Academic journal article Journal of Marriage and Family

Studying Postmodern Families: A Feminist Analysis of Ethical Tensions in Work and Family Research

Academic journal article Journal of Marriage and Family

Studying Postmodern Families: A Feminist Analysis of Ethical Tensions in Work and Family Research

Article excerpt

Through dialogue and reflexivity, feminist researchers aim to create knowledge that is emergent from people in relationship with one another. Reflexivity is a process whereby researchers place themselves and their practices under scrutiny, acknowledging the ethical dilemmas that permeate the research process and impinge on the creation of knowledge. Guided by these tenets, we analyzed the relations among our research practices, our participants, and ourselves to understand and reduce the ethical tensions we encountered in a multimethod research project designed to investigate work and family processes. Our reflective efforts underscore both the active nature of research participants and the importance of the sociopolitical contexts within and around the research process. We make suggestions for more ethical research.

Key Words: ethics, feminist methodology, work and family.

The complexity of ethical concerns inherent in family research is often minimized within conventional, positivist approaches that emphasize objectivity and value-free inquiry. Consistent with positivism, family researchers tend to downplay or ignore the relationship between themselves and participants and to decontextualize their research findings from the surrounding social environments (Leslie & Sollie, 1994). A primary assumption of conventional social science is that truth can be found through the separation of the researcher and the researched. Feminists believe, however, that science is a social activity embedded in a sociocultural context and shaped by personal concerns and commitments (Nielsen, 1990; Thompson, 1992). Feminists argue that there is no such thing as a disinterested stance to knowledge construction. Through dialogue and reflexivity, researchers aim to create a broader knowledge base (Baber & Allen, 1992; Neilsen, 1990), a base that is emergent from people in relationship with one another (Lather, 1988; 1991). Reflexivity is a process whereby researchers place themselves and their practices under scrutiny, acknowledging the ethical dilemmas that permeate the research process and impinge on the creation of knowledge.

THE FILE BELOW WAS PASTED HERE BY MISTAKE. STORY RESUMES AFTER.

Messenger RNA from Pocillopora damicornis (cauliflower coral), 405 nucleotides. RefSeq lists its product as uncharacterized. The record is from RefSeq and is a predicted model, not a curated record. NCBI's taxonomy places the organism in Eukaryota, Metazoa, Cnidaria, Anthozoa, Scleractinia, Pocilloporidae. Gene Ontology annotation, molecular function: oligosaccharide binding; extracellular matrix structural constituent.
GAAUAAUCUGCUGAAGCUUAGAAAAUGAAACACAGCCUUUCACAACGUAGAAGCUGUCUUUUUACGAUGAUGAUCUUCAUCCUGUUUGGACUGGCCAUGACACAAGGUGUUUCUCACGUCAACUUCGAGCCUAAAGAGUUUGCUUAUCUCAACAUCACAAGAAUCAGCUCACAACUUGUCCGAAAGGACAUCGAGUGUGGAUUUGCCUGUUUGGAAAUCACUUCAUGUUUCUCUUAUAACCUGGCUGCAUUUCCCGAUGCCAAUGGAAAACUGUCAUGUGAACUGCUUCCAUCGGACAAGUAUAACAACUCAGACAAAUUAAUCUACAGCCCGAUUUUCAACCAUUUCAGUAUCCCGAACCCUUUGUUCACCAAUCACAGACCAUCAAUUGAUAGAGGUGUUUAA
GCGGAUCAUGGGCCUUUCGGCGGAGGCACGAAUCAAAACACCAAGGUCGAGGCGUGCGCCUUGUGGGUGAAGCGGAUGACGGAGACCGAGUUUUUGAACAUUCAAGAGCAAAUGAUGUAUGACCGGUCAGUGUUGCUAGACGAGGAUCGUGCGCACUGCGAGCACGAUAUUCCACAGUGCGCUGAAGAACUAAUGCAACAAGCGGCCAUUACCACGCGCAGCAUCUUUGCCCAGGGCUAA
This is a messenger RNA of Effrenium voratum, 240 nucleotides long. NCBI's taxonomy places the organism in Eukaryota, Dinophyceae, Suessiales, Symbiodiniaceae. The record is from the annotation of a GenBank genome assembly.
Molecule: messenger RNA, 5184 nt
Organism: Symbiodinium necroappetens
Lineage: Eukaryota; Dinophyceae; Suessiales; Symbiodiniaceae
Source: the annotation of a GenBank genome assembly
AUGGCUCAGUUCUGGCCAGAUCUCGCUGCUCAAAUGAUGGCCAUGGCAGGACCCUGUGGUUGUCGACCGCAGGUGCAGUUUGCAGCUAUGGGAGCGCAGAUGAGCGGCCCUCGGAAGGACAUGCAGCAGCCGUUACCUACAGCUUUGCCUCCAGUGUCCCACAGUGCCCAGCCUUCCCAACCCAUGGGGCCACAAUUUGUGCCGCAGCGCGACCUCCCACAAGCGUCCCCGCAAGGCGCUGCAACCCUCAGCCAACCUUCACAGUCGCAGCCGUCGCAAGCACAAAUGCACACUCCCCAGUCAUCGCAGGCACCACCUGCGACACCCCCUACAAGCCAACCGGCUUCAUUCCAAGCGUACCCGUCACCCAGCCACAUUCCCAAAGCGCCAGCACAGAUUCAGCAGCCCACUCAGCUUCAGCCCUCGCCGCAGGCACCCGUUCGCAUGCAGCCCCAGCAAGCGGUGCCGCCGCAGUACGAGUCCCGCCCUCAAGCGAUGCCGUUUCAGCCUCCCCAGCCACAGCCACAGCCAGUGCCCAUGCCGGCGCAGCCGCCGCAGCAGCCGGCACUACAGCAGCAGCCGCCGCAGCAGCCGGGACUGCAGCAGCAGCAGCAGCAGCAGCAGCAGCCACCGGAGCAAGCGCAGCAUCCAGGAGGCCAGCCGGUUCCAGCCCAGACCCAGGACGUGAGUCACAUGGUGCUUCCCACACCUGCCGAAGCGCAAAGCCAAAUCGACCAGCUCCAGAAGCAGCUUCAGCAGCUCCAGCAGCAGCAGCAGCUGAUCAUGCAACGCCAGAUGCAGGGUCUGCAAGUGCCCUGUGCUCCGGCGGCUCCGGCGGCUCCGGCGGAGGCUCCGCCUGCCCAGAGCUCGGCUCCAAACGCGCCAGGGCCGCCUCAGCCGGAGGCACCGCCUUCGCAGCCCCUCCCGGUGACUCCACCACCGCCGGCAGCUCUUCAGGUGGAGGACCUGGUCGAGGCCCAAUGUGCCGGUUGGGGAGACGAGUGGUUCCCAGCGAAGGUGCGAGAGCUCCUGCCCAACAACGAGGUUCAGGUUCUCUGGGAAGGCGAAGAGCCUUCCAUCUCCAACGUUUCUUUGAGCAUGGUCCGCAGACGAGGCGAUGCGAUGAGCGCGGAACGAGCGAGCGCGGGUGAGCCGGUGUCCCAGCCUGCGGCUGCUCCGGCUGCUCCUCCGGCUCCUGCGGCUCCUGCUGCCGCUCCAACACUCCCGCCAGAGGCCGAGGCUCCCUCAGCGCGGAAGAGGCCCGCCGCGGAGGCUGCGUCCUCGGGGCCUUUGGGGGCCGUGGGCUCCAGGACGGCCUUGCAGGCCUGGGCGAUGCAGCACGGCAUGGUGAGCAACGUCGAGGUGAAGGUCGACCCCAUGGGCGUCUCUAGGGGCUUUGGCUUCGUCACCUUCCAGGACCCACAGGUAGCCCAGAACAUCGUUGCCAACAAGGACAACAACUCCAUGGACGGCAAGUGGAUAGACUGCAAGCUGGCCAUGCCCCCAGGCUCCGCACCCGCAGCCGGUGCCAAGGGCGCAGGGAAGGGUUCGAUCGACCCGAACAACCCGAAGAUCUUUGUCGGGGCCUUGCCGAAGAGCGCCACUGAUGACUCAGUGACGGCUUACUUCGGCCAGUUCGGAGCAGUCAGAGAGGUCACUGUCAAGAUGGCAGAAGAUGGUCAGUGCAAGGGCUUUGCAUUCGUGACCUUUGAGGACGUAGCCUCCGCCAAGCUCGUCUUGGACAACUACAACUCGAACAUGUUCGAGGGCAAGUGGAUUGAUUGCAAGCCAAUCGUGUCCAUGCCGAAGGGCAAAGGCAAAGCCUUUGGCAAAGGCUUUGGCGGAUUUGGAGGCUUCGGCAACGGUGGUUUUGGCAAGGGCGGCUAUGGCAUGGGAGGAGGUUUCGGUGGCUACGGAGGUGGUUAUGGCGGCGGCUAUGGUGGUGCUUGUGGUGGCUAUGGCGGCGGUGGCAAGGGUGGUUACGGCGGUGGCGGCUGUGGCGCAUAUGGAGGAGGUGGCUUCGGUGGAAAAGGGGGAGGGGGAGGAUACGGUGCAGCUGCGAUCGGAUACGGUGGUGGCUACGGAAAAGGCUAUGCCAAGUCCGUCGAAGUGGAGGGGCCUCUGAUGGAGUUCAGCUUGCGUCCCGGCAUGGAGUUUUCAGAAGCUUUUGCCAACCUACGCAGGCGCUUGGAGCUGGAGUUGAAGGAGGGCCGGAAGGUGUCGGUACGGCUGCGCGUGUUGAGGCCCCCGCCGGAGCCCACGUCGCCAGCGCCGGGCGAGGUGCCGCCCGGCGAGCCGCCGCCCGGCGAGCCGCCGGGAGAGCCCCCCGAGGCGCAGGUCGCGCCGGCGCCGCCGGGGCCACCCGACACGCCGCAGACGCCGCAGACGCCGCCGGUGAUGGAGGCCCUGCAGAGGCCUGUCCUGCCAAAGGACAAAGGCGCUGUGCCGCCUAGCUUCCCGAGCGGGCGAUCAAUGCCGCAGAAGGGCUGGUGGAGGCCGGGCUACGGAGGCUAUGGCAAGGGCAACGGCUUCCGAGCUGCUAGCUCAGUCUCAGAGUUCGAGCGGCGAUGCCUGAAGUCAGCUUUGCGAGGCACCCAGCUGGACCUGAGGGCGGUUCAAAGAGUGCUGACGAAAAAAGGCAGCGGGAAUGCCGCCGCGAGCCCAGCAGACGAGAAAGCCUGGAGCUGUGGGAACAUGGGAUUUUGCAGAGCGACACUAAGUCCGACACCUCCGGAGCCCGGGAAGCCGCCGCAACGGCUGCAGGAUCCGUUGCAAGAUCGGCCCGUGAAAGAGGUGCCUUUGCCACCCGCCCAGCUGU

Our concern is with the ethical tensions we encountered in a multimethod research project investigating the work and family processes of Northwest fishing families. We were drawn to these concerns for reasons both practical (recruitment and retention problems) and political (differing agendas between us and our participants). Although our study was carefully designed to meet fundamental criteria for good (positivist) empirical research, combined with a feminist goal of giving wives in our study an opportunity to tell their own stories, we met considerable resistance from both potential and committed participants, We came to recognize that our goal of understanding family processes within a particular work and family context was not shared by some of our participants, who seemed to focus instead on changing policies to increase fishermen's "rights" to fish.

In response, we engaged in a reflexive process among ourselves and with our research participants to expand our understandings of the tensions we encountered. We designed and carried out a qualitative study to learn our participants' views on the research process and to glean insights on how to conduct more ethical research. Below, we set the stage for our qualitative study by describing fishing families and our initial project. Then, we offer a rationale by reviewing the literature on ethical issues in research.

INITIAL PHASES: TREADING TURBULENT WATERS

The work and family contexts of commercial fishing families provide an opportunity to explore the diverse ways that couples with children adapt to the comings and goings of the husbands. Fishermen tend to be gone from home for long periods of time, depending on such factors as where they fish and the type of fish they catch. Consequently, wives of commercial fishermen tend both to run their households and to maintain heavy involvement in the business aspects of their husbands' occupations. …

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